The United States Congress designated the El Paso Mountains Wilderness (map
) in 1994 and it now has a total of 23,679 acres
All of this wilderness is located in California
and is managed by the Bureau of Land Management.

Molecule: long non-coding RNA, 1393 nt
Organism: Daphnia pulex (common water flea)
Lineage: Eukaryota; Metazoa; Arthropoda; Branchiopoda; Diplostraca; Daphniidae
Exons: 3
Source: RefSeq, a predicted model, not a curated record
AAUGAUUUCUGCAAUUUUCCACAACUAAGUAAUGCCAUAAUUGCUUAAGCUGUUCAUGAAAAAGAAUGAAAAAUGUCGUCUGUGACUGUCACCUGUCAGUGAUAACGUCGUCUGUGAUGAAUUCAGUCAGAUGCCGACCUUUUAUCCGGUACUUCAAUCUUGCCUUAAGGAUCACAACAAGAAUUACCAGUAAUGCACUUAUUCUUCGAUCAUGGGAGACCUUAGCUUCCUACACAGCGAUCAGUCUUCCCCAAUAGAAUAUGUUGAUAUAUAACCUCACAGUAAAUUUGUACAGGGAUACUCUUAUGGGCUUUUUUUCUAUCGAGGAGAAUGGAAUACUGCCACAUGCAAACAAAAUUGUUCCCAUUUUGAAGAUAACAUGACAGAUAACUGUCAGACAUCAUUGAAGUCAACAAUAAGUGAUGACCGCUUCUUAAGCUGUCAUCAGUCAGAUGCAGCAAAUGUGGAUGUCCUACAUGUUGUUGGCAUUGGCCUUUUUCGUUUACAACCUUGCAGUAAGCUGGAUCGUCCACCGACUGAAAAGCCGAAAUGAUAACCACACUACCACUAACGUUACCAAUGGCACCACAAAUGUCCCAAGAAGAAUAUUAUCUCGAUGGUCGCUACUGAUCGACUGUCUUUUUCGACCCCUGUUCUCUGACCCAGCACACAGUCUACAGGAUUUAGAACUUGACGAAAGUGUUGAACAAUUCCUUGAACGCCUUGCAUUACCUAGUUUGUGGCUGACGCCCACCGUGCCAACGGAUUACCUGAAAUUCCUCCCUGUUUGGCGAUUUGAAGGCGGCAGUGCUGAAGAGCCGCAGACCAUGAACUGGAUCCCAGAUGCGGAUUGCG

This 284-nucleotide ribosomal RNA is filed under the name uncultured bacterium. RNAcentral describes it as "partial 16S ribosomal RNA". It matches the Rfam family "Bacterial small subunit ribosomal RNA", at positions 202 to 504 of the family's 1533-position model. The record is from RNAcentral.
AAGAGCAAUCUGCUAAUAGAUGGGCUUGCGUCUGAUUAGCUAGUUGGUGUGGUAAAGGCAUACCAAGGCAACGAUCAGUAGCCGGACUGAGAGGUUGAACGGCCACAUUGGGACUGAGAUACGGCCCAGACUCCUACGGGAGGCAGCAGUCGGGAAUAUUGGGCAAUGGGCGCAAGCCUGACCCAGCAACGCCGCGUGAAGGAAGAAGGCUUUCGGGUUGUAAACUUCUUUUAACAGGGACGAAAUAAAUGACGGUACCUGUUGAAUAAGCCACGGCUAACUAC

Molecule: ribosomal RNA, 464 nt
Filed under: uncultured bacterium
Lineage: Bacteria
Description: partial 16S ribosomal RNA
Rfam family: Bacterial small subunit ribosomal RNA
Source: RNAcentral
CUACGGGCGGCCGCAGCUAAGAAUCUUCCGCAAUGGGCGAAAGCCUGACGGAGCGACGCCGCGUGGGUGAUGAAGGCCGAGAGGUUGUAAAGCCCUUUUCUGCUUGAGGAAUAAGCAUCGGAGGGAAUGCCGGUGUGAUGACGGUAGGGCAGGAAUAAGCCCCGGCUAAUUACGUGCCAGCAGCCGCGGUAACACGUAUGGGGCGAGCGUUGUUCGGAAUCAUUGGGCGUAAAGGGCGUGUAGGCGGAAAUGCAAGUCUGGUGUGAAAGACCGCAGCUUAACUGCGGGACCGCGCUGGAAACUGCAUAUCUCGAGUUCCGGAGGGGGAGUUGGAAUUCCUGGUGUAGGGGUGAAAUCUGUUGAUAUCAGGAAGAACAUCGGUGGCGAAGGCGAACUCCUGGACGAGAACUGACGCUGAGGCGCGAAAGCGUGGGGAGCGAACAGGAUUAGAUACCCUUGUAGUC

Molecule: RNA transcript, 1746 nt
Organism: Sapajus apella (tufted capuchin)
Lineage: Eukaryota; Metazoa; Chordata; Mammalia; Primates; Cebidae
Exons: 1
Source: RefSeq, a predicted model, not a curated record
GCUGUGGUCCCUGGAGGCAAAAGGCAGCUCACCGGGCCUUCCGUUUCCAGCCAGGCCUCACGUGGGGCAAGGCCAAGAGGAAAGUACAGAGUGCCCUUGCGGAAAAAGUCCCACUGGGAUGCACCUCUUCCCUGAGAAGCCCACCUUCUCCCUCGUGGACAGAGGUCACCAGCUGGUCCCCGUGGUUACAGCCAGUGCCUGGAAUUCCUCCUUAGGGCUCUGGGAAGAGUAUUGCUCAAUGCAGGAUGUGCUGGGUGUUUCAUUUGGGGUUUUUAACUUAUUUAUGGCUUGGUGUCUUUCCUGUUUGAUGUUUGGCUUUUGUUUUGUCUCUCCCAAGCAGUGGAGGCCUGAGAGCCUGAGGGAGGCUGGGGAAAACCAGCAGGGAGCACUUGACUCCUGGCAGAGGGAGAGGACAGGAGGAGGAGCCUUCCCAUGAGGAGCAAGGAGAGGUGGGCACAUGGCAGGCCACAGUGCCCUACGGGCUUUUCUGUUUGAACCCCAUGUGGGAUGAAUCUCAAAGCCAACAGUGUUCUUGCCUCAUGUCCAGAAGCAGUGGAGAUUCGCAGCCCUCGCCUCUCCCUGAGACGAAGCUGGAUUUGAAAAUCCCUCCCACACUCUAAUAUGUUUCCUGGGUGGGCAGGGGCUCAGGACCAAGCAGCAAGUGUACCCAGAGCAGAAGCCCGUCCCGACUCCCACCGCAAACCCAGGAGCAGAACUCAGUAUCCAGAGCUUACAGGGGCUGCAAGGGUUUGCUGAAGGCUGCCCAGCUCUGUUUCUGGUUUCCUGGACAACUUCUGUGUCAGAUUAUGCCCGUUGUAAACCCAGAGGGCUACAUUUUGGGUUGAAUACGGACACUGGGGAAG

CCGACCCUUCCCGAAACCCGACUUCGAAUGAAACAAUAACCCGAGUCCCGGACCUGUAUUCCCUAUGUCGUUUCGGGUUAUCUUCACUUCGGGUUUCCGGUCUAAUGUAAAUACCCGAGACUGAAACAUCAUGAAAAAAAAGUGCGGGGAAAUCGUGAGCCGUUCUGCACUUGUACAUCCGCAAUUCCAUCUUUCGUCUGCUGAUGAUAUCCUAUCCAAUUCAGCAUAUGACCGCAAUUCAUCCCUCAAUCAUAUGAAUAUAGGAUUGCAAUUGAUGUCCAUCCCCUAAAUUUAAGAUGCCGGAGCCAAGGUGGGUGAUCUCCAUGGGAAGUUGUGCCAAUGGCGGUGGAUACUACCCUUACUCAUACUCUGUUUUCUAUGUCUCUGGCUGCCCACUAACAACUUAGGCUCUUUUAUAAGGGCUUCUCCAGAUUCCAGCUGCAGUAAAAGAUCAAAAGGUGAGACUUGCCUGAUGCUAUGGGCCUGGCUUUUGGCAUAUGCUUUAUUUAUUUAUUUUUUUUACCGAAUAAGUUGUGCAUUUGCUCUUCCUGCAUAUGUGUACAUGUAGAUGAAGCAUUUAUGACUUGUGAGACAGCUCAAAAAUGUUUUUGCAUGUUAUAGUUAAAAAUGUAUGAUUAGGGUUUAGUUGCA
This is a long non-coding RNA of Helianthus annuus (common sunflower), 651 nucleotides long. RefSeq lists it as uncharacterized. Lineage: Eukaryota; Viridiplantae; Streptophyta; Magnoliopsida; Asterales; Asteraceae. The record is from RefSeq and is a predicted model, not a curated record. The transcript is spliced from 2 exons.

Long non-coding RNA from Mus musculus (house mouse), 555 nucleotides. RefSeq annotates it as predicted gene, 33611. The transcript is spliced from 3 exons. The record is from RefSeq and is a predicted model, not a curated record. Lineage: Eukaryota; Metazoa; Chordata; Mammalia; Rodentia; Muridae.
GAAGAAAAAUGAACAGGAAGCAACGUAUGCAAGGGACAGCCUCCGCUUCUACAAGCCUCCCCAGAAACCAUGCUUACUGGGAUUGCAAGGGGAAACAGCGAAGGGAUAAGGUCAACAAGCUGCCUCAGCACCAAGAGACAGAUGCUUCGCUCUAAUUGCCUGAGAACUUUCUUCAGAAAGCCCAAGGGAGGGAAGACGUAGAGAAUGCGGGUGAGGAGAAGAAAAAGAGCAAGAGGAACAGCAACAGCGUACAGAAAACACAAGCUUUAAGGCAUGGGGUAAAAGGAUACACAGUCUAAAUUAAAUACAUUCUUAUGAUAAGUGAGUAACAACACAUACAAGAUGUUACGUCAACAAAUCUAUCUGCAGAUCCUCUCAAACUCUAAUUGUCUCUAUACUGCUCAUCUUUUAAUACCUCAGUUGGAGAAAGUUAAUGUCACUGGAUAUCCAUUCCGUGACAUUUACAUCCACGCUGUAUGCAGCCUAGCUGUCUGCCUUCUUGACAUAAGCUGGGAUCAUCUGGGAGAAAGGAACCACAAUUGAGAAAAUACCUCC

The southeast part of El Paso Mountains lie within this wilderness, with Black Mountain, at 5,244 feet, the highest point. At the foot of Black Mountain, the Black Hills gives rise to numerous dark volcanic mesas and reddish buttes dissected by narrow canyons. Most visitors are attracted to an abundance of cultural sites, and the southern portion of the area is included in the Last Chance Archaeological District. Some of the oldest nonmarine fossils ever found in the West were discovered here: ancient camel-like and horse-like animals. Rock hounds also find much to their interest, interrupting their hunt to peer at the occasional desert tortoise, Mojave ground squirrel, or raptor wandering by. Creosote bushes, the most ubiquitous desert plant in the United States, reign supreme over much of the region, while Joshua trees cling to the western side of Black Mountain.